The death of Walter Camp marks the passing of the greatest figure in the history of American football. To the horde of readers of sporting pages he was simply the omnipotent eye in the game which saw all, knew all, and through his mythical. All-American teams, published the annual Who's Who of the gridiron. Through this medium Walter Camp was known to the obscurest enthusiast who knew nothing of his uncontested right to sit in judgment over the national college sport.
More than any other man, he was responsible for modifying and modernizing football, making of it the great American game as it is played today. And if football owes its very personality to Walter Camp, many is the minor sport now played in American colleges which in an entirely different way, owes its existence to him. Minor sports do not now, and never have, paid for themselves. In the early days the problem of athletic deficits seemed an insoluble one and wholly irreconcilable with the necessity of maintaining diversified sports. As treasurer of the Financial Union at Yale, Camp worked out the first satisfactory solution of the difficulty. By pooling the finance of all sports and placing them under a unified control, he showed that taken all together they could be made to pay for themselves. Since that time centralized finance for athletics has been adopted by the leading colleges of the country, with the result that minor sports which were once thought impossible without private subventions, now flourish in American colleges.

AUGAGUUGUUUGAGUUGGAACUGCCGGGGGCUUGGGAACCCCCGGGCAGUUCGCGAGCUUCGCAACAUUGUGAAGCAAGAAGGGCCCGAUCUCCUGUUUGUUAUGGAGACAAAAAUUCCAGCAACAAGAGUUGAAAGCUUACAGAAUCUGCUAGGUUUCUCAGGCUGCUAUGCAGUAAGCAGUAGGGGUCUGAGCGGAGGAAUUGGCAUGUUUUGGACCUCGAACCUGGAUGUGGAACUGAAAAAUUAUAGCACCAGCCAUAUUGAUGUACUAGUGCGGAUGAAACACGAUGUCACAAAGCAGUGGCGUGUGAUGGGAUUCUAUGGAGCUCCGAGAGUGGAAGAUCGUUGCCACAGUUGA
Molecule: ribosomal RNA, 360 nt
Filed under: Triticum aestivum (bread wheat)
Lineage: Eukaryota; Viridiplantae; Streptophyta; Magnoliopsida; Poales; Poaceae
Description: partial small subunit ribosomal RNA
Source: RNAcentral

As one of the most famous sons of Yale, Walter Camp will be greatly mourned at New Haven. But so great was his influence as an innovator in college athletics that lovers of sport everywhere will deeply regret his passing. His insistence upon the highest ideals in sport made him university admired and respected, and his own work will remain a monument to him so long as football remains football.